On 17 October, The Albanese Government released a new, 10-year national strategy, designed to end family, domestic, and sexual violence against women and children within one generation.
The National Plan to End Violence against Women and Children 2022–2032, which has been agreed to by all states and territories, aims to guarantee all levels of government work towards the same goal – ensuring that women and children are safe in all our communities.
Executive Director of Catholic Social Services Australia, Ms Monique Earsman, said the plan sets out a shared national commitment to the way we respond to the epidemic of sexual and gender-based violence ravaging our communities.
“If we work together to address gender, inequality, rigid gender norms, and discrimination, which are at the heart of this sort of violence, then we are a chance of making major changes.”
The National Plan will be implemented across two 5-year action plans with a further, standalone Aboriginal and Torres Strait Islander National Plan. It details specific Commonwealth, state and territory government actions and investment across prevention, early intervention, response, and recovery and healing including setting out major focuses on boosting housing, and engaging men and boys in prevention processes.
It also calls for improved violence prevention and response within the media, schools, justice systems and the health sectors.
The report says violence against women and children is not inevitable. We can end it in one generation by addressing the social, cultural, political, and economic factors that drive this gendered violence.
Ms Earsman said Catholic Social Services Australia, Caritas Australia, and Catholic Health Australia are currently working on a major project with the Australian Catholic University. The project maps the hundreds of Catholic-based services that work towards preventing and responding to family violence in Australia and overseas.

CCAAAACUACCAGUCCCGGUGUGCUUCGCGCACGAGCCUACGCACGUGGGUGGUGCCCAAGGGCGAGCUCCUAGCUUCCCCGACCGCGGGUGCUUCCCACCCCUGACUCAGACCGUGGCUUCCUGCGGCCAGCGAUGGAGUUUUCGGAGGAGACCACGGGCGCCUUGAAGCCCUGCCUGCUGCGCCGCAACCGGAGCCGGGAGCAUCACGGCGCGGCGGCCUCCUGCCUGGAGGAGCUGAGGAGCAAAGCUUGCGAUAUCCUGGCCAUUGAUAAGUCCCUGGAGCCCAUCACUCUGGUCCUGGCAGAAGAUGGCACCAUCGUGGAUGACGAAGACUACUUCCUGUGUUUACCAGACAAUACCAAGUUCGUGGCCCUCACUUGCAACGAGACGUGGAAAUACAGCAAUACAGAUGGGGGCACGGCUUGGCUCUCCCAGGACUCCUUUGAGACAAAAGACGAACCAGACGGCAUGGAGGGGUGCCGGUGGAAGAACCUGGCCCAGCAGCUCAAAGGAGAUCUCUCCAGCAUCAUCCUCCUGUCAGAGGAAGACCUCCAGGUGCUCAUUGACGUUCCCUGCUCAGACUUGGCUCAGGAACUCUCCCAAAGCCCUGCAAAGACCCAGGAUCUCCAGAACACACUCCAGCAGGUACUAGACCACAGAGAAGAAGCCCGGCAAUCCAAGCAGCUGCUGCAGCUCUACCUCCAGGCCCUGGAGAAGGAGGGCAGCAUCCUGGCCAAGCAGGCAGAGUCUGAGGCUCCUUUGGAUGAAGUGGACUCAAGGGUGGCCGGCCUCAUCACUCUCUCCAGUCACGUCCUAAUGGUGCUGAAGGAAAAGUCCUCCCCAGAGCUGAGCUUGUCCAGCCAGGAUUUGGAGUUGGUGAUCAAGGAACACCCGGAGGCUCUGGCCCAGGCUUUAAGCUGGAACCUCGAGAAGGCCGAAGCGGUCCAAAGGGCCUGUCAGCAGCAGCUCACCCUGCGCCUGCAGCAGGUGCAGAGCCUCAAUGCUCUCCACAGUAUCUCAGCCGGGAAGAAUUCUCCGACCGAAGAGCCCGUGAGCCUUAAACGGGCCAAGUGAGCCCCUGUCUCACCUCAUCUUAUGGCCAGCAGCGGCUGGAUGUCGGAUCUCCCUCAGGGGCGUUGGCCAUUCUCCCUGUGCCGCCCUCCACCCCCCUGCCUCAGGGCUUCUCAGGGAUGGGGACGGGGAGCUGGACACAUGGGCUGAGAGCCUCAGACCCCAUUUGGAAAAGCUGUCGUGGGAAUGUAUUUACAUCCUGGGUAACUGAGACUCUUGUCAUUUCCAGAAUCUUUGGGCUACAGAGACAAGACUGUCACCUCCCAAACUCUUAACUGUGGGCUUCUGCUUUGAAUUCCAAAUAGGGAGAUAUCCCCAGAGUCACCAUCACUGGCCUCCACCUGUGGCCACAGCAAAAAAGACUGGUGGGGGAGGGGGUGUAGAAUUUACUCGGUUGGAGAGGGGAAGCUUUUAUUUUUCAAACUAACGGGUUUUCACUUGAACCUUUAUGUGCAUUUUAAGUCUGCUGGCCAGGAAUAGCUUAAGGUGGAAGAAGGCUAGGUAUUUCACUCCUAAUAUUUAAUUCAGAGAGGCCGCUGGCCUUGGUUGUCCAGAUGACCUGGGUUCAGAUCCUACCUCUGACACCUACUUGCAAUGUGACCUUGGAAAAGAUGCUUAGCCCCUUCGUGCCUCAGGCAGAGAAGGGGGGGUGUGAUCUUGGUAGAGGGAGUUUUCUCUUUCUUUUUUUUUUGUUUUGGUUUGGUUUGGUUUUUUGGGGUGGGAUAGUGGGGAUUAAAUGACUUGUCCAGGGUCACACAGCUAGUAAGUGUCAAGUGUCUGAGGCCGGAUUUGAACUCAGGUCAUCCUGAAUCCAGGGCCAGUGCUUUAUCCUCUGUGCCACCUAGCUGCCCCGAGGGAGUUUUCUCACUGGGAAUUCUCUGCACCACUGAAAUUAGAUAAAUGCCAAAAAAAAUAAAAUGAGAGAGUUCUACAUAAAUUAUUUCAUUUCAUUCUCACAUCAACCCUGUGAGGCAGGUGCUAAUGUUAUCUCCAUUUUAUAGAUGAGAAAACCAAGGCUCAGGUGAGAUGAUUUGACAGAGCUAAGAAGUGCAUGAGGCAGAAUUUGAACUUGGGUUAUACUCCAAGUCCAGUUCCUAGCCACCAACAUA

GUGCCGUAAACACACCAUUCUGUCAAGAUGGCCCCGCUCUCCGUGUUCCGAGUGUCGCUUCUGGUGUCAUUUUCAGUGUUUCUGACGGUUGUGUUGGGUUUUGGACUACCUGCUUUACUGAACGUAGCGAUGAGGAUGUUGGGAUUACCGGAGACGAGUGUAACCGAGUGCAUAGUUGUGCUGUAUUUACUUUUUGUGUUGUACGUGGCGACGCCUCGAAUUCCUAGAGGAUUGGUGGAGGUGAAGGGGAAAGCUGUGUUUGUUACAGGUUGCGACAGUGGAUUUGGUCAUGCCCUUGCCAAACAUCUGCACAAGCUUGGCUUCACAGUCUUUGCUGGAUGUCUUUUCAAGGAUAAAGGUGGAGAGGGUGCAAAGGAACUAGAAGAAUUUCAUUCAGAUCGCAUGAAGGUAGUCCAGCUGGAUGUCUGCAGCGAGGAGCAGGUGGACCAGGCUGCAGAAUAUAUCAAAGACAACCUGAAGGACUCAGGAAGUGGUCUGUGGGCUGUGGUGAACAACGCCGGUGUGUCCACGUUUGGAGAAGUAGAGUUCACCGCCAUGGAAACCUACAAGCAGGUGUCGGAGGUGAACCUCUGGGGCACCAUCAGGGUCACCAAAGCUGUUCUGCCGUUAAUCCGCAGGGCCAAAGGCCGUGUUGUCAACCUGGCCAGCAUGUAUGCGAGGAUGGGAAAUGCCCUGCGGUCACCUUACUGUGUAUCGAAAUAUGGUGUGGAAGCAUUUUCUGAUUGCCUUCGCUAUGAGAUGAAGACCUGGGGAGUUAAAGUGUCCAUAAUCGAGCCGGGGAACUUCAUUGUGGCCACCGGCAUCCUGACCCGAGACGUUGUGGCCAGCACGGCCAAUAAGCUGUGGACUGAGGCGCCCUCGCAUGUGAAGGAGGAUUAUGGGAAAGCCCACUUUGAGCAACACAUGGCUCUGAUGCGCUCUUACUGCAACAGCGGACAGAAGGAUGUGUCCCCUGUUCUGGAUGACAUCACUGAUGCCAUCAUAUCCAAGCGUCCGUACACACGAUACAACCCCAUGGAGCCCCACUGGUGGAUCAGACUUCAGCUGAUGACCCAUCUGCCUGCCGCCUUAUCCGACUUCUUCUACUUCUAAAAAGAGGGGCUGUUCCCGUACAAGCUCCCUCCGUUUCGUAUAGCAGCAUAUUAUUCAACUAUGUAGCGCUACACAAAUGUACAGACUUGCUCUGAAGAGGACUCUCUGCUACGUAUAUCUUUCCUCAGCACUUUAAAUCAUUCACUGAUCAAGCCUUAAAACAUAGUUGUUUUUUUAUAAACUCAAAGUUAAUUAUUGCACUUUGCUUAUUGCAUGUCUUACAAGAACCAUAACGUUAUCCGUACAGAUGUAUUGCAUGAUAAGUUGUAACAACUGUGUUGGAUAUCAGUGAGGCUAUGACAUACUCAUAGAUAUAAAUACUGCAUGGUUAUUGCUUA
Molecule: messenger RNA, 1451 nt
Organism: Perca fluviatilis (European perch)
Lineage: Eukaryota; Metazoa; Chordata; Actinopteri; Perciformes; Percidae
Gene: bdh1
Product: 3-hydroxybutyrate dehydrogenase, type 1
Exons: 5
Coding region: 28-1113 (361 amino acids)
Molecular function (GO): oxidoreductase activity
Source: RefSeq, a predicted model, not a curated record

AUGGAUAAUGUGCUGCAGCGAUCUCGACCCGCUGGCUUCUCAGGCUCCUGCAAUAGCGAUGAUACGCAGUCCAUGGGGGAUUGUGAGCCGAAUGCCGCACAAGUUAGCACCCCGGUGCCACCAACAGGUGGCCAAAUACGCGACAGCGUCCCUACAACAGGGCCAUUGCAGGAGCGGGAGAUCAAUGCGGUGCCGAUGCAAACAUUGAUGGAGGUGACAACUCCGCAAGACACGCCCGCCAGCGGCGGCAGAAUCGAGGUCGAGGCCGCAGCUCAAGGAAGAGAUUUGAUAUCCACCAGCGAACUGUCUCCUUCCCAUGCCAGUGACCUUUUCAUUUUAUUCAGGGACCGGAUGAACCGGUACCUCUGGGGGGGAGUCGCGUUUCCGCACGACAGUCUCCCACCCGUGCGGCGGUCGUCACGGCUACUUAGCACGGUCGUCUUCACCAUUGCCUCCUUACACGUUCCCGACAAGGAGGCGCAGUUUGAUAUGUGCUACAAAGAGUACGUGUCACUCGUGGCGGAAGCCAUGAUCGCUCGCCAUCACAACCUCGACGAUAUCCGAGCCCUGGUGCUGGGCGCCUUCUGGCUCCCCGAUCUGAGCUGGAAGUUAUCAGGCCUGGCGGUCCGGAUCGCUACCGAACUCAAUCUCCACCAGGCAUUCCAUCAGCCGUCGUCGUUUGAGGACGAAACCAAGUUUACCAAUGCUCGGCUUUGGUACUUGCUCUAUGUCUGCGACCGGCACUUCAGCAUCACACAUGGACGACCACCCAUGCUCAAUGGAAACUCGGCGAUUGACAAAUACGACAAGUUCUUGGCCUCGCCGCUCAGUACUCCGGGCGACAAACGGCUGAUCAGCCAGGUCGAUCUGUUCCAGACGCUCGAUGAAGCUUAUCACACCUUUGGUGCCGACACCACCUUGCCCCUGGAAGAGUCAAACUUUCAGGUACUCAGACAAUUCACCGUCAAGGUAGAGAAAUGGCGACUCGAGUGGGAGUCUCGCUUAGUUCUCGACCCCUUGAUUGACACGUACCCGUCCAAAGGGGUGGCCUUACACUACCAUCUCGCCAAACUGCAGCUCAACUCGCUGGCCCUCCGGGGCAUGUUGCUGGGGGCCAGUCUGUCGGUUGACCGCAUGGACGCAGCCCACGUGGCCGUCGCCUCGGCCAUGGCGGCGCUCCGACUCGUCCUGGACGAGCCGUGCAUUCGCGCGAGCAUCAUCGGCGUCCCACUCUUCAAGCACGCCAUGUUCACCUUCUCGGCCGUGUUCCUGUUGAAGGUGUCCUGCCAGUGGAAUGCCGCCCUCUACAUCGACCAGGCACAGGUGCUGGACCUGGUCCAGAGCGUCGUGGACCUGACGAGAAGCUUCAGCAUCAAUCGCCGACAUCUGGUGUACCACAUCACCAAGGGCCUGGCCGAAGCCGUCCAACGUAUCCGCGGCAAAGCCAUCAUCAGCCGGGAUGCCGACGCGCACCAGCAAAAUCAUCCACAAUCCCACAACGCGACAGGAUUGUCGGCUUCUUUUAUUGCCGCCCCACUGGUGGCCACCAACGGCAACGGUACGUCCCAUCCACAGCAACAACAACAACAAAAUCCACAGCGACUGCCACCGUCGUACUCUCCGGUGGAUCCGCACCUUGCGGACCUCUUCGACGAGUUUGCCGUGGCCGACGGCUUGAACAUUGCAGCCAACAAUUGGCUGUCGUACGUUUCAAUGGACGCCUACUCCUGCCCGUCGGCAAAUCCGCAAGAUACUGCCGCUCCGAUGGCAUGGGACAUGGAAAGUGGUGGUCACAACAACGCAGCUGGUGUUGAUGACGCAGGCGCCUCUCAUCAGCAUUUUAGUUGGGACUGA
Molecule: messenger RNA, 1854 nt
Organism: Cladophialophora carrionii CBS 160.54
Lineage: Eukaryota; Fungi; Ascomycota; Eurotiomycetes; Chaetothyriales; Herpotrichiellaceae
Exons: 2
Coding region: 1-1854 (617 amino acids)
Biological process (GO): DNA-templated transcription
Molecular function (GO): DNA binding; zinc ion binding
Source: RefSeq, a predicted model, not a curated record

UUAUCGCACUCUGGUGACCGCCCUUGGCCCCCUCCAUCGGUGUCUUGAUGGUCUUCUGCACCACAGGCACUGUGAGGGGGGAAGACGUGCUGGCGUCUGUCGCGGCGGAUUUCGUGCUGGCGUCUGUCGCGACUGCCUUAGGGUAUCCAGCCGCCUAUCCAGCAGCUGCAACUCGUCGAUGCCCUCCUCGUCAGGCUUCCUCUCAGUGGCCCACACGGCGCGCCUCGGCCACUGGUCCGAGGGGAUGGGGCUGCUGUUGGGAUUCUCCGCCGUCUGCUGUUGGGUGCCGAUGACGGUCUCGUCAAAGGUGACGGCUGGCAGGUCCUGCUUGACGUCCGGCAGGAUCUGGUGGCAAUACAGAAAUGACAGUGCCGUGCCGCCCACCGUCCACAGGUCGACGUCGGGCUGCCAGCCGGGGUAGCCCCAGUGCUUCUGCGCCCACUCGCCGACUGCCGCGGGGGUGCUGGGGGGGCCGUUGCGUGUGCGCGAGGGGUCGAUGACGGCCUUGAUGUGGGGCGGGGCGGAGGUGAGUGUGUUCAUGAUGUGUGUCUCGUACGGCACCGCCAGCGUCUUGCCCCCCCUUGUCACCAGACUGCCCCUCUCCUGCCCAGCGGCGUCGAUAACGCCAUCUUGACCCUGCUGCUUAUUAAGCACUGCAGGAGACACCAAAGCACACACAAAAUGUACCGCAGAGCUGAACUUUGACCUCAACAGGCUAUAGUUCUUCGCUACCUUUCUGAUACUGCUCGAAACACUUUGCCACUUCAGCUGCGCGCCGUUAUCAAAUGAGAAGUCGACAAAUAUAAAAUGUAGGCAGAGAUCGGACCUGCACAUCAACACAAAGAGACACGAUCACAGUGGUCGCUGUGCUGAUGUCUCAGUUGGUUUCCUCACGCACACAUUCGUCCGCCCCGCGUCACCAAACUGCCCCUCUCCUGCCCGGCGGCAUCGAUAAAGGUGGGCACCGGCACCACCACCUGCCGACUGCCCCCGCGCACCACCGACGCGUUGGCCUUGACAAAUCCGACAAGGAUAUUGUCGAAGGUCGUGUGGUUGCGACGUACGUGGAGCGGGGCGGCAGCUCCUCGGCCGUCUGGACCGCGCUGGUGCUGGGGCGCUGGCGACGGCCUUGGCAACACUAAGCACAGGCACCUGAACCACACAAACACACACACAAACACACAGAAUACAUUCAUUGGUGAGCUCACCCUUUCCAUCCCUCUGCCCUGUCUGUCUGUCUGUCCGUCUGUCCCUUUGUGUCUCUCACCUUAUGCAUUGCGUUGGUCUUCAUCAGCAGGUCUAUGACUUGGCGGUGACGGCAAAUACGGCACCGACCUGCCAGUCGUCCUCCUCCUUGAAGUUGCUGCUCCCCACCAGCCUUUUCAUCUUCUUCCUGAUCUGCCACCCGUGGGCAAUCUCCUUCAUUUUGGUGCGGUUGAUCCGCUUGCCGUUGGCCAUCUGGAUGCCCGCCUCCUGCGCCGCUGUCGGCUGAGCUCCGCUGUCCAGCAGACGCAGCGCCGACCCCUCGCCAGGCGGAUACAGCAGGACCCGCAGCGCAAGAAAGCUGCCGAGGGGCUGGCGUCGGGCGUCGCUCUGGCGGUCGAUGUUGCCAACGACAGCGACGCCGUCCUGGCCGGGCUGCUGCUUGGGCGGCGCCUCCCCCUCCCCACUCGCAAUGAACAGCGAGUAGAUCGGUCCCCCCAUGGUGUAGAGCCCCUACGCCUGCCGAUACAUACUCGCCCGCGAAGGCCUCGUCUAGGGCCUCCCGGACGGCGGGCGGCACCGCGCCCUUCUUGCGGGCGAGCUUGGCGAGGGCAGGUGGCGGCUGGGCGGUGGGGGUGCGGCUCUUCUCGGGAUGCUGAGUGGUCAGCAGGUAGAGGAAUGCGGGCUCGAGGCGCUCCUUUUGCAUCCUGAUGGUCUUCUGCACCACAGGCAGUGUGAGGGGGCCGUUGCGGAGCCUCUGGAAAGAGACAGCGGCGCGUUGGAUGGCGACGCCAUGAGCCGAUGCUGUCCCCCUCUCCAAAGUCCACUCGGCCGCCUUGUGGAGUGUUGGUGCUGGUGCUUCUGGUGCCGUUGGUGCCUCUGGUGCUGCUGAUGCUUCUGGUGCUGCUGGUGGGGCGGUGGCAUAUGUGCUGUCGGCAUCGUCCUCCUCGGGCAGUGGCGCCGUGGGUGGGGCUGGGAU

“We are working towards getting a better understanding of the contribution Catholic agencies make towards ending family violence.
“This will help guide these major Catholic agencies advocate on the issue and achieve greater prevention and response measures both in Australia and overseas,” Ms Earsman said.
- One in three women has experienced physical violence since the age of 15, and one in five has experienced sexual violence.
- On average, a woman is killed by an intimate partner every 10 days. Rates of violence are even higher for certain groups, such as Aboriginal and Torres Strait Islander women.
- A woman is also more likely to experience violence at particular life stages, such as while pregnant or while separating from a relationship.
- In 2021, girls aged 10 to 17 made up 42% of female sexual assault victims.
- Violence against women and children is estimated to cost the economy $26 billion each year, roughly the size of the NDIS budget in 2020.
With thanks to Catholic Social Services Australia.